President Barack Obama called on the Cuban government to expand Internet access for its citizens in a speech in Havana on Tuesday. In Cuba, less than about 5 percent of the population has open Internet access.
That’s slowly changing as the government adds a few Wi-Fi hotspots and foreign companies work to update the digital infrastructure.
But in the meantime, a Georgia Tech initiative is helping Cubans access information more quickly.
Michaelanne Dye is a doctorate student at Georgia Tech’s School of Interactive Computing. She and the school’s chair Annie Antón are of Cuban descent. Along with professor Amy Bruckman, they began researching how Cubans use the Internet in 2014.
The study was just published by the Conference on Computer-Supported Cooperative Work and Social Computing.
“What we found in the study is that it was a lot easier for people in Cuba to access email than it was for them to search Google or get online,” Dye said. “So Cuba Intercambio is like a Google search, but it all happens through email.”
Dye said loading a website can take 10 minutes sometimes. Cuba Intercambio uses the Cuban government’s email system, which is faster and cheaper than accessing the Internet on new public Wi-Fi hotspots, cyber cafes or at universities and schools.
During her research, Dye came up with the idea for Cuba Intercambio, which is a free, volunteer-based service she started.
“I wanted to use the findings to create something that could be useful based on their actual needs,” Dye said. “Throughout the study, I started to have participants email me. One person wanted to know about university programs in the United States; someone else had a technology question. They started using me as a proxy to search for things online.”
When Cubans send a question to a Georgia Tech email address, Dye posts it on the Cuba Intercambio Facebook group for a team of Spanish-speaking volunteers to respond. She then emails back the answer.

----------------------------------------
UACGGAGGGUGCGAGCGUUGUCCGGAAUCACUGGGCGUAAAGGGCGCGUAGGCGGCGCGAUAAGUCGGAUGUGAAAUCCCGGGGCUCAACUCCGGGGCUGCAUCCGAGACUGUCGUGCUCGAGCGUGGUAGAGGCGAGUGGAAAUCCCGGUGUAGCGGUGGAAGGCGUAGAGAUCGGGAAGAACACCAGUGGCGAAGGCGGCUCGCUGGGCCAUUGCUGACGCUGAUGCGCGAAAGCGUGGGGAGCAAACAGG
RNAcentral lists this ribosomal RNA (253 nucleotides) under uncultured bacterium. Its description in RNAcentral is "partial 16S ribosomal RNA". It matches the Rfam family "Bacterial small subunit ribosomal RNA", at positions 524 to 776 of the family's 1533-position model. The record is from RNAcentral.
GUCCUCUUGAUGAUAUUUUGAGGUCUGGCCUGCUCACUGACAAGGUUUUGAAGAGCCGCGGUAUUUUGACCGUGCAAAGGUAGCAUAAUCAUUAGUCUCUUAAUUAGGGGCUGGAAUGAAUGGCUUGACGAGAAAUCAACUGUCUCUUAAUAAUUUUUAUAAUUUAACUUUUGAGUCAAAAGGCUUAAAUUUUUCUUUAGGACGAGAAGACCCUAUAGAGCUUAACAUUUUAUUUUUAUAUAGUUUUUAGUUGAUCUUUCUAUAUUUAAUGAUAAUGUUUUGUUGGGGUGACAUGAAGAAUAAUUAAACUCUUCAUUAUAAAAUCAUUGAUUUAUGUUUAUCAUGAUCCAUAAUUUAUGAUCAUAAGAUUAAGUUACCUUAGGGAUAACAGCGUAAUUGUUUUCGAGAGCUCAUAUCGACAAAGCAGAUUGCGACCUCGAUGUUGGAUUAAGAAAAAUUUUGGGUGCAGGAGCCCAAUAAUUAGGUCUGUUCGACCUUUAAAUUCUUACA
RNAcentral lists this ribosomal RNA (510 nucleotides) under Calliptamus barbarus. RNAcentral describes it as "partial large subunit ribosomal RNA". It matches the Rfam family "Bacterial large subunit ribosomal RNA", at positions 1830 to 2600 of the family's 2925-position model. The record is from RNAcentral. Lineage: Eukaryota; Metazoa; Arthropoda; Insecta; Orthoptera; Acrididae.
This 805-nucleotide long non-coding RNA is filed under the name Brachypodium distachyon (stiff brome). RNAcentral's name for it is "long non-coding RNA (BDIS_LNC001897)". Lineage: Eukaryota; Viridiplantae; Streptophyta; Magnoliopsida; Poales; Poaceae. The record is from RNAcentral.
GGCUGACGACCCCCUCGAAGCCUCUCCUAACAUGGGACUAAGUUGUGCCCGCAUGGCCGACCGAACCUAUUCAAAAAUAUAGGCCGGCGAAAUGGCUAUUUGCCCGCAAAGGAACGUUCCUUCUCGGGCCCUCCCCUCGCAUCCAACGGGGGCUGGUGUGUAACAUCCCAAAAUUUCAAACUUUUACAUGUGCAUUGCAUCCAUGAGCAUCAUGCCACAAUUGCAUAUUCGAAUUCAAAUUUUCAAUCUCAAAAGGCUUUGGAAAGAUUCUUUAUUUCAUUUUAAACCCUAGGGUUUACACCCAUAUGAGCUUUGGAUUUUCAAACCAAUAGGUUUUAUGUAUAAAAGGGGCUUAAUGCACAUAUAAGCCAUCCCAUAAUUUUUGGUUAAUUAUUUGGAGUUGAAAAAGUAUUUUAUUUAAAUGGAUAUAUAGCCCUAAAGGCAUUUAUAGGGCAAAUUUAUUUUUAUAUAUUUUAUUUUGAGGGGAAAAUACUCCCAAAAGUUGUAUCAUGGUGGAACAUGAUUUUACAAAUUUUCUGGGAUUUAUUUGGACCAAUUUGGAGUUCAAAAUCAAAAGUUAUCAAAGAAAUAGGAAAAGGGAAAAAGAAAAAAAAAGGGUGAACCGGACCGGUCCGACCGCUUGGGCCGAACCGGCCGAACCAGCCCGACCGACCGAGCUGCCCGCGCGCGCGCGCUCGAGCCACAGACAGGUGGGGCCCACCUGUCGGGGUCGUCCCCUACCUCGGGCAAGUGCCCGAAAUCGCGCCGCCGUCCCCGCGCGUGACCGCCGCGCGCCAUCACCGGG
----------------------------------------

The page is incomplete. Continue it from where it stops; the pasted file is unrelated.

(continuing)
She says it’s common for Cubans to email photos along with their login information for social media accounts to relatives outside of Cuba so that they can update their Facebook profile. She said she found the biggest barrier to Internet access in Cuba is the high cost rather than censorship.
“Cubans are really eager to get online to be able to connect with family and friends that they haven’t spoken to in years and just want access to information: entertainment, news, sports, technology updates,” Dye said. “They are a lot less concerned about talking about political issues or controversial topics.”
She said she hopes Cuba Intercambio can serve as a tool while the country transitions to greater Internet access.
“If they do indeed get more access to the Internet, I want to see how their points of view, beliefs, culture changes as a result,” Dye said. “How have things adapted and shifted in their communities, relationships, workplaces, now that people are getting access to the Internet? It’s going to provide a more in-depth, on the ground viewpoint as to what happens when a community experiences a shift like this.”
Dye said she’ll continue to track the progress of Internet use in Cuba, with visits to the country, over the next two years.